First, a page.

Timeless Rituals from around India Come Alive at Sadhguru's Bengaluru Center

  • By Priyanka Dalal
  • April 23, 2024
  • Know briefly about the rituals at the Bengaluru Center, required to enhance the energy levels.

It has been only a little over a year since the Sadhguru Sannidhi center opened in Chikkaballapur, 70 kms from Bangalore. The center boasts the grand 112 ft tall Adiyogi murty and two temples – the Yogeshwar temple below the murthy and the Naga temple which is the kshetrapaal of this center. In this short time, this center has already seen a host of timeless Indian rituals and traditions performed for various occasions.


Last month during the Holi full moon, the powerful Saptarshi Aarti was performed by the pujaris from Kashi Vishwanath temple. This is a powerful pooja performed on the Yogeshwar Linga with a host of offerings like flowers, rudraksha malas, bilva leaves and many more.

When Sadhguru visited the Kashi Vishwanath temple, his first experience of this process was very powerful. He describes the process as the creation of powerful stacks of energy. He says, “It is a technology. What they build up in this temple in that forty-five minutes to one hour is phenomenal. I’ve never seen anything like that anywhere conducted by priests.” 


This aarti is performed every year on winter solstice in December at the Yogeshwar Linga at Isha Yoga Center, Coimbatore. Thereafter, in March at the Yogeshwar Temple at Sadhguru Sannidhi, Bangalore.

Earlier in the year, on 15th January, the center celebrated the anniversary of Yogeshwar Temple consecration and unveiling of Adiyogi statue. This day will likely be a grand occasion every year. This year a 21-foot Nandi and 54-foot Trishul were consecrated by Sadhguru. The Nandi has been installed in front of Adiyogi. The Trishula is yet to be installed in its designated space. (read more here)

Another major celebration happened last year in August on Naga Panchami. The historic troupe from Tulunadu performed the ancient ritual called Nagamandala pooja. Usually performed at temples and sacred groves of coastal Karnataka, here a lavish mandapam was set up effused with fruits and flowers. From torans of pineapples to pillars draped with areca nuts – the sight dazzled visitors.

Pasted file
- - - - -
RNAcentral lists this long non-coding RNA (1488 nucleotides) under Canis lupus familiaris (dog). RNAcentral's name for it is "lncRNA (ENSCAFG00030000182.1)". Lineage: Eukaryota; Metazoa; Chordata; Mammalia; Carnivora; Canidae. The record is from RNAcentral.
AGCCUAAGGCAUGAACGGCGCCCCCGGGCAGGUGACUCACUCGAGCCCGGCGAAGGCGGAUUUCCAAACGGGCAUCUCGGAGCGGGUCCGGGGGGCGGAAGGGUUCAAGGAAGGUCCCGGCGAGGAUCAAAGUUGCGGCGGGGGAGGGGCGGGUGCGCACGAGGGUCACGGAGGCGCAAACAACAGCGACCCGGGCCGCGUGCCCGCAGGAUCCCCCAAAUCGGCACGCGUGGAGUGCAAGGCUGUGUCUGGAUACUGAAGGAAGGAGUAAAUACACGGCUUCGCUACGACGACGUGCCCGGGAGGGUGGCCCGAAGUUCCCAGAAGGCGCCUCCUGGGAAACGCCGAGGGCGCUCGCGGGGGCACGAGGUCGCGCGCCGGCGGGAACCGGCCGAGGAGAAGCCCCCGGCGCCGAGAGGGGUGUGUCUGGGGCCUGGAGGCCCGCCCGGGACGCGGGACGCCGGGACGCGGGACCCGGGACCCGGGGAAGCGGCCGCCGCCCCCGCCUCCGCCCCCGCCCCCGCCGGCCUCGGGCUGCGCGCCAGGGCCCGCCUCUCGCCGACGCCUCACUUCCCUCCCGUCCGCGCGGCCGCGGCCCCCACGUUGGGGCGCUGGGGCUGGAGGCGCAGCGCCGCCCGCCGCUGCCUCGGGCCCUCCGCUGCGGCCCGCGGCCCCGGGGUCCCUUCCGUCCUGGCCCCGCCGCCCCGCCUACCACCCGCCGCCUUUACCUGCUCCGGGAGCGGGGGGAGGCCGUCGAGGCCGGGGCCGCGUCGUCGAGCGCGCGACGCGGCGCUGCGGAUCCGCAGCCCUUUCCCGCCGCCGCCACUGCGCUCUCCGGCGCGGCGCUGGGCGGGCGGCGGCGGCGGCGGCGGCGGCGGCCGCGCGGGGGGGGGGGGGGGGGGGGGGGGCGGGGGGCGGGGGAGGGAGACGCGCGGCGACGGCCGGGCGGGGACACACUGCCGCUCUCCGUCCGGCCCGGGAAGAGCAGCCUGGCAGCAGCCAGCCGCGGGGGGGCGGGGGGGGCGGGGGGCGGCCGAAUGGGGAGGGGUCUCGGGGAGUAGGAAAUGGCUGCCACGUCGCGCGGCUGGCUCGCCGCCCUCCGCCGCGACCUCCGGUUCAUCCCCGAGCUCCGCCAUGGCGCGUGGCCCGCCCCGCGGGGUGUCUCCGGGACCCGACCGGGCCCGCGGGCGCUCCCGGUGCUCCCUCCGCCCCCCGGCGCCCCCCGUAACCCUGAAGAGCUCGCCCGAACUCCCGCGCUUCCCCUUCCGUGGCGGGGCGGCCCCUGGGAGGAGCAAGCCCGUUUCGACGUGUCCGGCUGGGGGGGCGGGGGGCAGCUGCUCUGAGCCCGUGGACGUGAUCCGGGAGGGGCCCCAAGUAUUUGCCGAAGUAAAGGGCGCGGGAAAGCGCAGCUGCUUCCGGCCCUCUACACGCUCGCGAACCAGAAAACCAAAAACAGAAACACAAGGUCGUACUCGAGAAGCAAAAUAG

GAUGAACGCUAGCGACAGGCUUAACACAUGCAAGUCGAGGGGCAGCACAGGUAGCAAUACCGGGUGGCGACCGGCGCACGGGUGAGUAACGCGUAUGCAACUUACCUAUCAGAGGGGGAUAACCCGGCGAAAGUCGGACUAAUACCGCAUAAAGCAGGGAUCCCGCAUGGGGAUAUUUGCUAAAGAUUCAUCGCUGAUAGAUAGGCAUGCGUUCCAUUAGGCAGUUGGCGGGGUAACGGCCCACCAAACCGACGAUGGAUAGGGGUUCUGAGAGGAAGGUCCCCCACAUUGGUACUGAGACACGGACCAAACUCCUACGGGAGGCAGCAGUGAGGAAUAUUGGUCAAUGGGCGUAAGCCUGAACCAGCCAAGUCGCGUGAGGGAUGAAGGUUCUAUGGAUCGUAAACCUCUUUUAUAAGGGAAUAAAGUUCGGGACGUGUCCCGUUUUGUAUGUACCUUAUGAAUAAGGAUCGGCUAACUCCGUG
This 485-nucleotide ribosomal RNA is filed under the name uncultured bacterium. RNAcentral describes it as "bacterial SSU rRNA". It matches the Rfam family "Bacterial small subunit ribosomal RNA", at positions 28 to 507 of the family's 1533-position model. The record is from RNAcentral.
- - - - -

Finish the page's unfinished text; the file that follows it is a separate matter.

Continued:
On the morning of Naga Panchami, the traditional Ashleshbali Pooja commenced in front of the consecrated deity. This was a 2-hour affair. In the evening, Sadhguru and other dignitaries including film actress Tamanah arrived for the main Nagamandala event.


Nagamandala is performed to receive the grace of the sacred serpent, or Naga, which is believed to bring various benefits, including spiritual growth. It is a vibrant mix of traditional music, dance, and singing around a mandala rangoli prepared on the floor of the mandapam. (know more here)


On other occasions, traditional performances like Theyyam and tribal dance have been performed by regional artists. Isha Samskriti School nurtures students in the ancient traditional arts, thus, they often put-up powerful performances of kalaripayattu and bharatnatyam.


As this center grows, devotees can hope to see many more such ancient Indian traditions on display.


Know more about Sadhguru Sannidhi Bengaluru here  Pictures courtesy Isha Foundation


Author Priyanka Dalal has a profound love for spiritual exploration and travel. She documents her adventures on her blog MapRoute and youtube channel InSpirituality

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